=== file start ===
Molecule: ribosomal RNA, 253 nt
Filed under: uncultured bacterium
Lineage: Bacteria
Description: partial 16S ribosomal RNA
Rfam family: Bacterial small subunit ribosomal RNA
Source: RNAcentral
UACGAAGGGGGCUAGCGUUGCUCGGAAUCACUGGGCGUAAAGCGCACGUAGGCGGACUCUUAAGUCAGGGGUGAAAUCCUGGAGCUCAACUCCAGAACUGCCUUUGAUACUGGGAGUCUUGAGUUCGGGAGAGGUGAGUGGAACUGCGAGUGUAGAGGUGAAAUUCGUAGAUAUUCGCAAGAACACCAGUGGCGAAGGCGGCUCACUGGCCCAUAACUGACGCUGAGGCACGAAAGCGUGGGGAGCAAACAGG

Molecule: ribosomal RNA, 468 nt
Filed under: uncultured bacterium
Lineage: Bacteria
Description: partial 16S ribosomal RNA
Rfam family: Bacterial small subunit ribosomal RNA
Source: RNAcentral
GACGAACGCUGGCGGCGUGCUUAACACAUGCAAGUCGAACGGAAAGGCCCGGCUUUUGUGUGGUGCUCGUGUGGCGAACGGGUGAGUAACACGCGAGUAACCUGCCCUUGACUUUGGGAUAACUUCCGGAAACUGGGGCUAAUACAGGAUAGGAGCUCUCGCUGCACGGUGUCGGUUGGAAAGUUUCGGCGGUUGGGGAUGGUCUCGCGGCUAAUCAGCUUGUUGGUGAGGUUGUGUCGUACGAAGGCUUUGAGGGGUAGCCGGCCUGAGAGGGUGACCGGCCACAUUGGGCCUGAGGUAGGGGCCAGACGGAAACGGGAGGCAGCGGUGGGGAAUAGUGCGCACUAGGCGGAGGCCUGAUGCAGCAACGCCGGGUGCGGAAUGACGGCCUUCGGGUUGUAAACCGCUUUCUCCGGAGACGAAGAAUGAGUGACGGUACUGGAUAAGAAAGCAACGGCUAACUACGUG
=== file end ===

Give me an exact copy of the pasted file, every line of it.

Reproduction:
Molecule: ribosomal RNA, 253 nt
Filed under: uncultured bacterium
Lineage: Bacteria
Description: partial 16S ribosomal RNA
Rfam family: Bacterial small subunit ribosomal RNA
Source: RNAcentral
UACGAAGGGGGCUAGCGUUGCUCGGAAUCACUGGGCGUAAAGCGCACGUAGGCGGACUCUUAAGUCAGGGGUGAAAUCCUGGAGCUCAACUCCAGAACUGCCUUUGAUACUGGGAGUCUUGAGUUCGGGAGAGGUGAGUGGAACUGCGAGUGUAGAGGUGAAAUUCGUAGAUAUUCGCAAGAACACCAGUGGCGAAGGCGGCUCACUGGCCCAUAACUGACGCUGAGGCACGAAAGCGUGGGGAGCAAACAGG

Molecule: ribosomal RNA, 468 nt
Filed under: uncultured bacterium
Lineage: Bacteria
Description: partial 16S ribosomal RNA
Rfam family: Bacterial small subunit ribosomal RNA
Source: RNAcentral
GACGAACGCUGGCGGCGUGCUUAACACAUGCAAGUCGAACGGAAAGGCCCGGCUUUUGUGUGGUGCUCGUGUGGCGAACGGGUGAGUAACACGCGAGUAACCUGCCCUUGACUUUGGGAUAACUUCCGGAAACUGGGGCUAAUACAGGAUAGGAGCUCUCGCUGCACGGUGUCGGUUGGAAAGUUUCGGCGGUUGGGGAUGGUCUCGCGGCUAAUCAGCUUGUUGGUGAGGUUGUGUCGUACGAAGGCUUUGAGGGGUAGCCGGCCUGAGAGGGUGACCGGCCACAUUGGGCCUGAGGUAGGGGCCAGACGGAAACGGGAGGCAGCGGUGGGGAAUAGUGCGCACUAGGCGGAGGCCUGAUGCAGCAACGCCGGGUGCGGAAUGACGGCCUUCGGGUUGUAAACCGCUUUCUCCGGAGACGAAGAAUGAGUGACGGUACUGGAUAAGAAAGCAACGGCUAACUACGUG